She used the crevices and large boulders in the rocky incline to conceal her presence. She turned her head in slow, measured movements. The sensors in the helmet scanned the area. She paused when she saw a series of red security beams crisscross the front entrance of the tower above. She would deal with them once she cleared the two guards standing on either side of the beams.

Kella climbed up the last stretch of rocks, using the bad weather and darkness to help conceal her presence in the otherwise open area. Sprinting, she crossed the uneven ground and used the bridge to conceal her from the guards above. She knelt and prepared for the next part of her mission. Slipping on a pair of magnetic hand grips from her belt, she adjusted them before she activated the power. She stood up and lifted her arms over her head. The magnetic fields reacted to the electrical charge in the grips and her body rose off the ground as her hands were pulled to the underside of the bridge.

Swinging from one hand to the other, Kella moved under the line of soldiers patrolling the bridge. She would never have made it unnoticed through all of them without the magnetic grips. In the end, she would only need to make it through the security grid near the entrance. At least, that was what she thought until she saw the large conduit where the electrical and water lines entered the tower. It would be a tight fit, but it would get her inside.

Her arms felt like lead by the time she reached the end of the bridge. Kella paused, staring up through the metal slats as a dozen soldiers walked in formation out of the tower. Once they passed, she took advantage of the noise from their boots stomping on the metal slats and the closing of the doors to release the magnetic grips and drop down onto one of the large pipes. She bent forward, barely catching herself when she slid on the damp, curved surface. Her gaze flickered to the side. The tower complex was positioned hundreds of kilometers above the rocky surface of the planet. If she fell, there would be nothing to stop her descent.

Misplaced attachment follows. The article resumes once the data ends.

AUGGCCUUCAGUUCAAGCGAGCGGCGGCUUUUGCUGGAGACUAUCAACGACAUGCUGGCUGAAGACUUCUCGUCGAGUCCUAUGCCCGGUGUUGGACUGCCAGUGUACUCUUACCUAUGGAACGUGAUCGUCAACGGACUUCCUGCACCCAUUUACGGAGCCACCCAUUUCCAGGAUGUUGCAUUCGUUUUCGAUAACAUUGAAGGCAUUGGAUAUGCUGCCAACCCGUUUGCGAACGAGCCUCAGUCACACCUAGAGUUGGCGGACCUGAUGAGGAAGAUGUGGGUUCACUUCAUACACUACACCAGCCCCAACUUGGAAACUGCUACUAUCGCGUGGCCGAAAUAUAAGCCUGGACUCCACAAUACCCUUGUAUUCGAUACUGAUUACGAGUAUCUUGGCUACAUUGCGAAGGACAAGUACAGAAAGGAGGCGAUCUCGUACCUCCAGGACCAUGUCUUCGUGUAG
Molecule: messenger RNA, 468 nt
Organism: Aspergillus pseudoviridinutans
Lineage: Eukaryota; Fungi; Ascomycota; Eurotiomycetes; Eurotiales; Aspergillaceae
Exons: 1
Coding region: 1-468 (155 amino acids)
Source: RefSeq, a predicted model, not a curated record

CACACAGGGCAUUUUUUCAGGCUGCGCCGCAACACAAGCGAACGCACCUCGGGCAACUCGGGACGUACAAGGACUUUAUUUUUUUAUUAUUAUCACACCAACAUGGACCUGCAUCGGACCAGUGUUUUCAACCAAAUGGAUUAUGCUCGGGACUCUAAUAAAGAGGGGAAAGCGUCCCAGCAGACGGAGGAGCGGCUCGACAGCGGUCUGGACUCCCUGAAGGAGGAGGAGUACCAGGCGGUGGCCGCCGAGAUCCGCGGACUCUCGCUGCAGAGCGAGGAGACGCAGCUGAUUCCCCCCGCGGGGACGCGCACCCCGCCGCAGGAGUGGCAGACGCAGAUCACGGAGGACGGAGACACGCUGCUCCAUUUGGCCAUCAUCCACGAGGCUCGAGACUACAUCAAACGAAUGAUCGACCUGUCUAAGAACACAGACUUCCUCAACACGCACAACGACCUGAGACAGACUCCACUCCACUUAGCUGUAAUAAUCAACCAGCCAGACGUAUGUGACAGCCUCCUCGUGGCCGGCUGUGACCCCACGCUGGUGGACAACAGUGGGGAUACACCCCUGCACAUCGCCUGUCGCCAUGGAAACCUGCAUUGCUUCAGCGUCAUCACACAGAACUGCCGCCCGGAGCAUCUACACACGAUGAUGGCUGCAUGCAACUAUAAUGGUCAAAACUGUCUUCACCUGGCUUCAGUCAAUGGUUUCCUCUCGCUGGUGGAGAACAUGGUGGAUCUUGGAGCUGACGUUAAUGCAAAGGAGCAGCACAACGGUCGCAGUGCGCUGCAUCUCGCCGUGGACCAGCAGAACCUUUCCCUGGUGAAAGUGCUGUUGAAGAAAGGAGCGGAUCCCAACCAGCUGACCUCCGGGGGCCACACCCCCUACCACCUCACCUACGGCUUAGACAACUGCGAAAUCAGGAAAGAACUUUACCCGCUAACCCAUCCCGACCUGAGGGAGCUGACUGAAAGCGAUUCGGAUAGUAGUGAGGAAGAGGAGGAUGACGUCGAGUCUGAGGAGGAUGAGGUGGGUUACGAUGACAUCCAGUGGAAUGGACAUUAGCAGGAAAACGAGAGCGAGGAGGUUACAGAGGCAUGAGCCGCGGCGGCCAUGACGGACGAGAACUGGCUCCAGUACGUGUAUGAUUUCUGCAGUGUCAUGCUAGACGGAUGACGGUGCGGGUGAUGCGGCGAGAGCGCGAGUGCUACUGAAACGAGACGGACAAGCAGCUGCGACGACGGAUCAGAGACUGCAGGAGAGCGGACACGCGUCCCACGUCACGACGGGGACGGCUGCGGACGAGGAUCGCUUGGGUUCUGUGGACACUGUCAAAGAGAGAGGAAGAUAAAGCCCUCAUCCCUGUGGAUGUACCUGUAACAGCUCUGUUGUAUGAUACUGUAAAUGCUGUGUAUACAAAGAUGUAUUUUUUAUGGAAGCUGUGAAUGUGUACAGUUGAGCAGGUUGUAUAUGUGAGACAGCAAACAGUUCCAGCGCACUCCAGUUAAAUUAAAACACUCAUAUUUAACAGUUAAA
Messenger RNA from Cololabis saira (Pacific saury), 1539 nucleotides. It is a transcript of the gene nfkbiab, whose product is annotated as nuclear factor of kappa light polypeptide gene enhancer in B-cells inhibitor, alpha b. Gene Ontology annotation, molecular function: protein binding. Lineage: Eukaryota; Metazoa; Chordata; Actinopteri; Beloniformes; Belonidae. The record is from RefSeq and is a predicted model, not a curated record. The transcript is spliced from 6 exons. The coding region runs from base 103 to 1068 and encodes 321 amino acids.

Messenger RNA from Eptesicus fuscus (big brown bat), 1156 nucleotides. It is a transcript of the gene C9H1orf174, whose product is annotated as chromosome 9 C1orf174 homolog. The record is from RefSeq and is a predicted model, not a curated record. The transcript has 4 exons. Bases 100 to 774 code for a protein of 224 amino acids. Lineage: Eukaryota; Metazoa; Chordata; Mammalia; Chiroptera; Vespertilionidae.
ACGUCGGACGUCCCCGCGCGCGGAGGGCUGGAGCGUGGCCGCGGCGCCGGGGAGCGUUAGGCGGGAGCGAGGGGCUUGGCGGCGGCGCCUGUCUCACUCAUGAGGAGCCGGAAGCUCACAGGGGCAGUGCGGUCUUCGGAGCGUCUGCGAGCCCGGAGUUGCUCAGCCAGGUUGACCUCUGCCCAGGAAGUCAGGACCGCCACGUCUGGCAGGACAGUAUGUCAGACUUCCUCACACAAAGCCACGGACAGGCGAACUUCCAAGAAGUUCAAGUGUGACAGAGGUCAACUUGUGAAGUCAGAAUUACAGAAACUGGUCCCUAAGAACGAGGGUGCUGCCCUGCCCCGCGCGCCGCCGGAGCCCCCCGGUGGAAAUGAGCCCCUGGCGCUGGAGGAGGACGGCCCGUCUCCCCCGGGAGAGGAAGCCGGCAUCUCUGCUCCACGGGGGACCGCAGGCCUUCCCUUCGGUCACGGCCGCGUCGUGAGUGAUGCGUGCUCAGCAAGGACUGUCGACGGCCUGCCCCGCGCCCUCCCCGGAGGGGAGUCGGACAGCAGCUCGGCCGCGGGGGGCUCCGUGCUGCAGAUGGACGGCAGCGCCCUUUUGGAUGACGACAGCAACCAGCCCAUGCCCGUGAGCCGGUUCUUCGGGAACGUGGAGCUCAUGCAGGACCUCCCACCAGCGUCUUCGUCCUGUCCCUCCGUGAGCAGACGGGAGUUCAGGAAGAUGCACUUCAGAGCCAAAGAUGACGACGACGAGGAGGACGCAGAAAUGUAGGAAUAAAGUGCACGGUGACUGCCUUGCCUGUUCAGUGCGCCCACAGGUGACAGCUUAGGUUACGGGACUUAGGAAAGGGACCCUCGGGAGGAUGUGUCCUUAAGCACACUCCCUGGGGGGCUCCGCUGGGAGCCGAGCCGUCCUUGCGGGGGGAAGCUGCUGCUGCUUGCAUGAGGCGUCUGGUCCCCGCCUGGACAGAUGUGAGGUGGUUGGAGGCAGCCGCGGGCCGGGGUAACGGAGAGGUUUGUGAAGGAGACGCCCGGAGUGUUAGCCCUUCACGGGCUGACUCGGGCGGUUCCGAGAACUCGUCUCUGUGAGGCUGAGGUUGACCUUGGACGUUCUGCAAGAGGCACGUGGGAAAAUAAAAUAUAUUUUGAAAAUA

Kella pushed up, ignoring everything around her, then crossed the short stretch of pipe to the opening. She climbed inside and began crawling. Her gaze flickered to the different command functions inside the helmet. She narrowed in on the night vision mode, activated it before she switched to the schematic of the tower downloaded into the helmet.

Reaching the end of the crawl space, she slid down behind a cluster of storage barrels. Her eyes narrowed when she saw someone move in the shadows on the other side of the open area beyond the barrels. Her lips tightened before she forced her body to relax. The sound of an alarm alerted her to the fact that security had been informed of a breach.

Kella waited until a large group of soldiers ran by before stepping out. She adjusted the uniform and walked at a brisk pace to the lifts. Stepping inside, she turned, holding her weapon in front of her. The other assassin started across the open area, heading in the direction she had just vacated. Kella raised the weapon she was holding and fired, striking the man in the side just as the doors to the lift closed.

“Bridge,” she ordered.

The lift quickly ascended the long center support column. Kella checked the weapon before bracing it against her shoulder in preparation for the doors opening. She widened her stance when the lift slowed to a stop. The moment the doors opened, she began firing. Within seconds, the six people inside the bridge were no longer a threat.

She stepped out of the lift, turned her attention to the thick metal doors to her right, and pulled a small disk from her belt. She tossed it at the doors as she stepped to the side. The flashing light sped up before the small chemical pack exploded, coating the doors in a film that super-heated the metal. Kella stepped closer and fired once at the doors. That was all it took for them to explode inward.

Stepping through the smoke, she aimed her weapon at the two individuals inside. The caustic smoke had them coughing into their sleeves. Kella focused on the first male, her finger tightening on the trigger.